GearGuard Products by Gary Fong


      In summary


      Full review


      Late in 2010, Gary Fong added a new range of accessories to his portfolio under the brand name ‘GearGuard’. The GearGuard system is the first security system that allows photographers to lock their equipment to prevent theft. It includes camera body and bag locks, a lens lock and a novel ‘cage’ that protects a compactdigicam from impact damage and doubles as a table-top tripod for this type of camera.

      The Combination Lock and Security Cable lies at the heart of the GearGuard system. Consisting of a 915 mm plastic-covered wire cable and three-barrel combination lock. The cable has a loop at each end, secured by a solid metal seal.

      The lock is a standard luggage lock so it may not discourage an accomplished and determined thief. However, both it and the cable are substantial enough to prevent casual pilfering. Together they can be used with the Camera Body Lock, Camera Bag Lock and/or Lens Lock, which have the necessary loops for the cable but aren’t supplied with either cable or lock.


      The GearGuard Combination Lock and Security Cable. (Source: Gary Fong.)

      The Camera Body Lock consists of two components: an anchor that is attached to the camera’s tripod socket and a cover that slides over it and prevents the tethering screw from being undone. Loops on each component line up to allow the cable to be passed through them and attached to any secure anchoring place.

      Both components are made from thick and very solid black plastic with a metal screw for fitting the lock to the camera. It would take a determined and resourceful thief to break this set-up.


      The GearGuard Camera Body Lock in use. (Source: Gary Fong.)
      The Lens Lock is similar to the Camera Body Lock and consists of a very solid black plastic cap that fits over the end of the lens that attaches to the camera body. A rotating inner section swivels around to lock the cap in place. Large loops on each part line up when the lens is locked. As with the camera lock, the lens lock requires the Combination Lock and Security Cable.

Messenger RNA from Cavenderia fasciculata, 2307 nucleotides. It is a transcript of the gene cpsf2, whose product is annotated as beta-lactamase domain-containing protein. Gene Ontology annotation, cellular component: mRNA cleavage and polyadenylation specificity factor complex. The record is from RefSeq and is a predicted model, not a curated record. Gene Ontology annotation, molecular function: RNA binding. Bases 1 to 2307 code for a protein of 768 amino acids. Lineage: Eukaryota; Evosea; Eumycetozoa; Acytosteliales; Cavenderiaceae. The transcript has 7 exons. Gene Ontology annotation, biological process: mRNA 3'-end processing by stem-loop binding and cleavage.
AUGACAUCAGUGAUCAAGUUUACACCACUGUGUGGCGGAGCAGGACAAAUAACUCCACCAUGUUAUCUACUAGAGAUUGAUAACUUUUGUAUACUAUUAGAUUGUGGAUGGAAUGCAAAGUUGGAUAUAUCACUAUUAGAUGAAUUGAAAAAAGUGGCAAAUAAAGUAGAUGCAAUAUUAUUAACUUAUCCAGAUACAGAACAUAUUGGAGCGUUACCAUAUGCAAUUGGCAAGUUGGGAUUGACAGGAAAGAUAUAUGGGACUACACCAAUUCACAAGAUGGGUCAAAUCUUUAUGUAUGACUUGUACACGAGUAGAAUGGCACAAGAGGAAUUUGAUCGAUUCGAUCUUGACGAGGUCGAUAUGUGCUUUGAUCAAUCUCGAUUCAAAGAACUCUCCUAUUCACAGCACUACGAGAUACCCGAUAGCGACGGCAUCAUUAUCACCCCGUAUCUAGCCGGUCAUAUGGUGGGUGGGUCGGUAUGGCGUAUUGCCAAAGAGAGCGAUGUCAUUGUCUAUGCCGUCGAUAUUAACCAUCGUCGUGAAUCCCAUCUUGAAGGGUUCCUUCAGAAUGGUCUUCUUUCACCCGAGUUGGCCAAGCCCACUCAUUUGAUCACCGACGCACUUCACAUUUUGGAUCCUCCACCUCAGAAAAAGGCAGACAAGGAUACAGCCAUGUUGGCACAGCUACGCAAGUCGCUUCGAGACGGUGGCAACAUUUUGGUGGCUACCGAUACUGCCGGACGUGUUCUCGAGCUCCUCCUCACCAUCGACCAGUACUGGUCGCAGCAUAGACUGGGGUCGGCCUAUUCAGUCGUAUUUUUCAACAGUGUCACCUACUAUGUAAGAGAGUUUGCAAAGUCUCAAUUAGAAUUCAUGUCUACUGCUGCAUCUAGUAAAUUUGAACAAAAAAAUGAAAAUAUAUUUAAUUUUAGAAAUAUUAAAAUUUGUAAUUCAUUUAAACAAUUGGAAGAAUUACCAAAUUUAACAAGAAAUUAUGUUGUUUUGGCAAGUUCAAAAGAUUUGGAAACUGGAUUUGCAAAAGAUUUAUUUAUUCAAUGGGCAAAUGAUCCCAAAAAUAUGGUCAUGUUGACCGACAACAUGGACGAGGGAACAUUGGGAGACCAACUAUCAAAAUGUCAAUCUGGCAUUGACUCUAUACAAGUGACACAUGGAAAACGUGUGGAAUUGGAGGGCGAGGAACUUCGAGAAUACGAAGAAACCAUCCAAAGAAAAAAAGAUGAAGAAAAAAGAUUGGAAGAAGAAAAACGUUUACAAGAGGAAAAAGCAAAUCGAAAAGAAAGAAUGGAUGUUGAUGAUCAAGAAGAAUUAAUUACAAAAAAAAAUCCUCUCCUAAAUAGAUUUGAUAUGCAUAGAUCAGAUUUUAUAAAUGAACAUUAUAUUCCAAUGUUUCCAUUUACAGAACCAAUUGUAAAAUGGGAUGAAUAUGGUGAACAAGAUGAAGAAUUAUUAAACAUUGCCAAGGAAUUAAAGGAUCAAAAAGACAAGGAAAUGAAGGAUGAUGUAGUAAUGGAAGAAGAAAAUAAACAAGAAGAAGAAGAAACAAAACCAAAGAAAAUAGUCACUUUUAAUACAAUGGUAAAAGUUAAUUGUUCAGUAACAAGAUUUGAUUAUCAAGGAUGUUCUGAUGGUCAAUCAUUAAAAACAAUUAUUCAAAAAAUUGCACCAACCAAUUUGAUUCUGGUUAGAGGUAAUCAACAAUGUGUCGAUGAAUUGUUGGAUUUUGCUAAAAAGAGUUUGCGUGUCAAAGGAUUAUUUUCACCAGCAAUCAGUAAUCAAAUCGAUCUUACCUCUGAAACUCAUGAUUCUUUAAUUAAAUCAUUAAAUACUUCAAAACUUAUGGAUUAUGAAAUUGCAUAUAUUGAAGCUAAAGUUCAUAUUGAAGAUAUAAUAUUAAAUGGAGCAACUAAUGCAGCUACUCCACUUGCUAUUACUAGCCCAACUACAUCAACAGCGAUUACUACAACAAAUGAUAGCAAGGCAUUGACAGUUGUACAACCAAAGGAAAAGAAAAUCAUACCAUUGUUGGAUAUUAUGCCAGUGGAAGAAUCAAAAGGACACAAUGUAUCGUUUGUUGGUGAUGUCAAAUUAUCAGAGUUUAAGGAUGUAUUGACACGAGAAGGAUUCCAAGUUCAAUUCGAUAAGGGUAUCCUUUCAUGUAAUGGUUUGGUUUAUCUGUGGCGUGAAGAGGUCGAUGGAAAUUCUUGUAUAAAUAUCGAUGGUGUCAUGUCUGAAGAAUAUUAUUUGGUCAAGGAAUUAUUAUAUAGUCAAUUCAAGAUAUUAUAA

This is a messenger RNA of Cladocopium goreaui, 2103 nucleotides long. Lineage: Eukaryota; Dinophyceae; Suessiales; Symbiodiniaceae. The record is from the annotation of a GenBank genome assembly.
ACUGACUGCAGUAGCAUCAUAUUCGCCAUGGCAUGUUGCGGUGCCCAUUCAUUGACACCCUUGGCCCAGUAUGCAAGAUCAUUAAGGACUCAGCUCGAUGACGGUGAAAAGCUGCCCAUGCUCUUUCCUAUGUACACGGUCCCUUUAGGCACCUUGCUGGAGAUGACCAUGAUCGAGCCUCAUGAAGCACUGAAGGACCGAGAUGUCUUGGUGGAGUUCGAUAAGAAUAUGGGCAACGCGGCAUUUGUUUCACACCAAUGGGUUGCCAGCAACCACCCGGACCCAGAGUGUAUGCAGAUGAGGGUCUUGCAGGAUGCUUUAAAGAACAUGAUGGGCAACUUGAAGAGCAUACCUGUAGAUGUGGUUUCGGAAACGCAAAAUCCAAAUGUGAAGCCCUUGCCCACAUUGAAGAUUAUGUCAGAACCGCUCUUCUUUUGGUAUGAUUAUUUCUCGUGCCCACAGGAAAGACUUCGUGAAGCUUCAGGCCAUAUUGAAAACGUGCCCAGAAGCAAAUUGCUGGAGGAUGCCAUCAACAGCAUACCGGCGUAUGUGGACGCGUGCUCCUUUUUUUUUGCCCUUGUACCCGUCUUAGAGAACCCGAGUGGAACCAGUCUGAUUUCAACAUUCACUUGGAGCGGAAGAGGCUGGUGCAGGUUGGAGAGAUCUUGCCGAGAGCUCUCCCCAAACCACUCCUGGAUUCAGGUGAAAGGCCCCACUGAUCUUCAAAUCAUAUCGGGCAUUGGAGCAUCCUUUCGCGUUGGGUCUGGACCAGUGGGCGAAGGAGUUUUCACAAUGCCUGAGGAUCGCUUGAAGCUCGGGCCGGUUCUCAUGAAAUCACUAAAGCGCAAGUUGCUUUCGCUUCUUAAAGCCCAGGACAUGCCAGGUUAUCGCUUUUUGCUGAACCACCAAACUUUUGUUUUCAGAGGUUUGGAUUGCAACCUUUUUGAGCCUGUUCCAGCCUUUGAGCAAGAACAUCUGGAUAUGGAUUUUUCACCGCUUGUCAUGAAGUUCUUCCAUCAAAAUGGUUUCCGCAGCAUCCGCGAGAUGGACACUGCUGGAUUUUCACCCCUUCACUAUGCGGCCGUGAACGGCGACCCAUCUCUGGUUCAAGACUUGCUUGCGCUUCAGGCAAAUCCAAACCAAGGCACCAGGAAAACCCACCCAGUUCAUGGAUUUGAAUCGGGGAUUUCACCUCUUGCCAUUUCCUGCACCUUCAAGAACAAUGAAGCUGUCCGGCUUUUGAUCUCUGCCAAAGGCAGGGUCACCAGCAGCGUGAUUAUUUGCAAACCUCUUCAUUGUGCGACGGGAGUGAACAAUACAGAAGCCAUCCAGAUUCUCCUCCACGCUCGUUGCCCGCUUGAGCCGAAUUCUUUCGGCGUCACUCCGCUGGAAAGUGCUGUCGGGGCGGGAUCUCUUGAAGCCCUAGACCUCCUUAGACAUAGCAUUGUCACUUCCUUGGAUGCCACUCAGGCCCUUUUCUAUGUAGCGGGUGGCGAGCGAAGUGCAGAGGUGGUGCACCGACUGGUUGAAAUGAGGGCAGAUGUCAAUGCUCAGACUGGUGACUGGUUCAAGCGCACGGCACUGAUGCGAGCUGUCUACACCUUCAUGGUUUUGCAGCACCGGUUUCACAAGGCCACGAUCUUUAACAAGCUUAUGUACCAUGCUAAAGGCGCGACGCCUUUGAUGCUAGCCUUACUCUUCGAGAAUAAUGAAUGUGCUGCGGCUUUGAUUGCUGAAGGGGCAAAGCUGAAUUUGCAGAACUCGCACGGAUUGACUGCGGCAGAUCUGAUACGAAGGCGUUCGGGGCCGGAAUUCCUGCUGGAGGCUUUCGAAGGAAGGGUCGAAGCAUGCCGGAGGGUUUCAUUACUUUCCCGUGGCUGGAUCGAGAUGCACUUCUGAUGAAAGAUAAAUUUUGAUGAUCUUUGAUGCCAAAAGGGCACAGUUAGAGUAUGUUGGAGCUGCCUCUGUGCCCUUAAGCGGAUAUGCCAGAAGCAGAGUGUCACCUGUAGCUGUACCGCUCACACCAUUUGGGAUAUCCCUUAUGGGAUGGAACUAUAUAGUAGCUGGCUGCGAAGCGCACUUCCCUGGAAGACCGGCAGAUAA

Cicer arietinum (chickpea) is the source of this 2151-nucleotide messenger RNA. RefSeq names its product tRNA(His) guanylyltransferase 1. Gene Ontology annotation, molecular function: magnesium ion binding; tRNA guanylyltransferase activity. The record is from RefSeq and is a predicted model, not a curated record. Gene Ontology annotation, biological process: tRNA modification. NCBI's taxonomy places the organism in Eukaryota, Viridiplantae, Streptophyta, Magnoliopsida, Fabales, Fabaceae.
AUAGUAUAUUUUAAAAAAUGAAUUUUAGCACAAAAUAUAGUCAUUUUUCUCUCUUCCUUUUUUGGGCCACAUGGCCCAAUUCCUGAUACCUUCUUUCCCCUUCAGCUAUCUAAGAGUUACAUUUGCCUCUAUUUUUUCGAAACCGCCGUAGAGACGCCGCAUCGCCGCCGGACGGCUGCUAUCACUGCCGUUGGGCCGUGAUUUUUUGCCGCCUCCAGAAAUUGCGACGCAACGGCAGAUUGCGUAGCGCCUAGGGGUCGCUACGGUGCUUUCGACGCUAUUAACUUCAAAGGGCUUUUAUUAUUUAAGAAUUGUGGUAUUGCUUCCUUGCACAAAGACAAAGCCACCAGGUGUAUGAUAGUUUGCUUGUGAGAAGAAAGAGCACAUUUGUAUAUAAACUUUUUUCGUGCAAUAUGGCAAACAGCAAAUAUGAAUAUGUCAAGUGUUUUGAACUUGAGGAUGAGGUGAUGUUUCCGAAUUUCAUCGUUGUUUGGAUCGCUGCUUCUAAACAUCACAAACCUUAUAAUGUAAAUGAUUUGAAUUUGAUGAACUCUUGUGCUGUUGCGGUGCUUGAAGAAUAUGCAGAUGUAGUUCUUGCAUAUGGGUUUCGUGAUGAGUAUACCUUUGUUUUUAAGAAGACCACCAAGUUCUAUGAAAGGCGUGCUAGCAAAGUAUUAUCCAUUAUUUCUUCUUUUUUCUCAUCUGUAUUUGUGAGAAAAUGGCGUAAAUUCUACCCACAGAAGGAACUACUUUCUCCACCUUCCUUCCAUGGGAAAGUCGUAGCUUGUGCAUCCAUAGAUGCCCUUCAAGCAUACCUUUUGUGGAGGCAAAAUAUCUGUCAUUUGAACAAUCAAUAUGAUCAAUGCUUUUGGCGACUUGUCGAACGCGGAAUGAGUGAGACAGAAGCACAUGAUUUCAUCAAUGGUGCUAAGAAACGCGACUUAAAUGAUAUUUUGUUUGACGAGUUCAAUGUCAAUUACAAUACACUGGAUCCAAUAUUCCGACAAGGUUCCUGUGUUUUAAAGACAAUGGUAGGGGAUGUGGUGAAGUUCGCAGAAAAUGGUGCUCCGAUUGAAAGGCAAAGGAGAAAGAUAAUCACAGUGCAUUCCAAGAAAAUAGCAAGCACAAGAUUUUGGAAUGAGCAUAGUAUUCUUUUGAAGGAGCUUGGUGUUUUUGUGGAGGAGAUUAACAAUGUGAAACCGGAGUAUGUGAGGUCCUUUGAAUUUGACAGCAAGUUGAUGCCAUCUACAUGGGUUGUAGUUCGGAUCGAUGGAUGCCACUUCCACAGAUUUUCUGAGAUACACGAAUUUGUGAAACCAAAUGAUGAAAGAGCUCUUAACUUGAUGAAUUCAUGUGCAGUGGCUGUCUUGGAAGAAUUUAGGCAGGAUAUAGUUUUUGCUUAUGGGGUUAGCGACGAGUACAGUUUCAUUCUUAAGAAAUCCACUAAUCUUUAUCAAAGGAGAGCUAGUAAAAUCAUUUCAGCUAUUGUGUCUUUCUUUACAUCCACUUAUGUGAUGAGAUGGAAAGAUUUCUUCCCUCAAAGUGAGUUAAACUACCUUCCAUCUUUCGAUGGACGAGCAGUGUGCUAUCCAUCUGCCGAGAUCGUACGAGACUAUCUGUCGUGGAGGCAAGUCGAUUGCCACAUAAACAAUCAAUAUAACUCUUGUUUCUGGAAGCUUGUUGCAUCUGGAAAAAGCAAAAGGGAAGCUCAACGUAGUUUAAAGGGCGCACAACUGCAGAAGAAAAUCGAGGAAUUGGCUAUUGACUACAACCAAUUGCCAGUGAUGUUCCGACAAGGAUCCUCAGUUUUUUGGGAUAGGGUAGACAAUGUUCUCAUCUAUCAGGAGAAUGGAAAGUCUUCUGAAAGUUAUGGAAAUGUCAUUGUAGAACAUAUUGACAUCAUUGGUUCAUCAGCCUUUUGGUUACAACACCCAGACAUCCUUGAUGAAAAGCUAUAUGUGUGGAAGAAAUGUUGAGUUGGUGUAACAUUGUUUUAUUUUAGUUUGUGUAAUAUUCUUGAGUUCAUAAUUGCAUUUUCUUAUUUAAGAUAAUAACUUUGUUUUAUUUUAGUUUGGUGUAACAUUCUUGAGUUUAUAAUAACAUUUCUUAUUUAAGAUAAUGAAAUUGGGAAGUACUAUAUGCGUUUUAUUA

This lock is available only for Canon and Nikon lenses so far and specific to each brand. Because each lens mount is the same for all lenses in a manufacturer’s range, this lock will work with all lenses that have the appropriate mount (including third-party lenses).


      The GearGuard Lens Lock tethering a lens to a secure anchoring place. (Source: Gary Fong.)
      The Camera Bag Lock comes in two sizes and contains two locking modules. Each locking module consists of two components, a sheath and a slide-in panel. The sheath fits over the clasp and strap that holds your camera bag shut, while the slide-in panel fits into it, completely covering the camera bag’s clasp.
      Both components have the standard loops that allow either the metal cable or the luggage locks to be fitted. Once this is done, the camera bag cannot be opened.


      The Camera Bag Lock in place, coverign the quick-release buckle. (Source: Gary Fong.)

      Whether you use both locking modules together will depending on the size and number of closures your camera bag has. And the module size you select will depend on the size of the bag’s closures. The large locks are roughly 30% bigger (and thicker) than the small ones.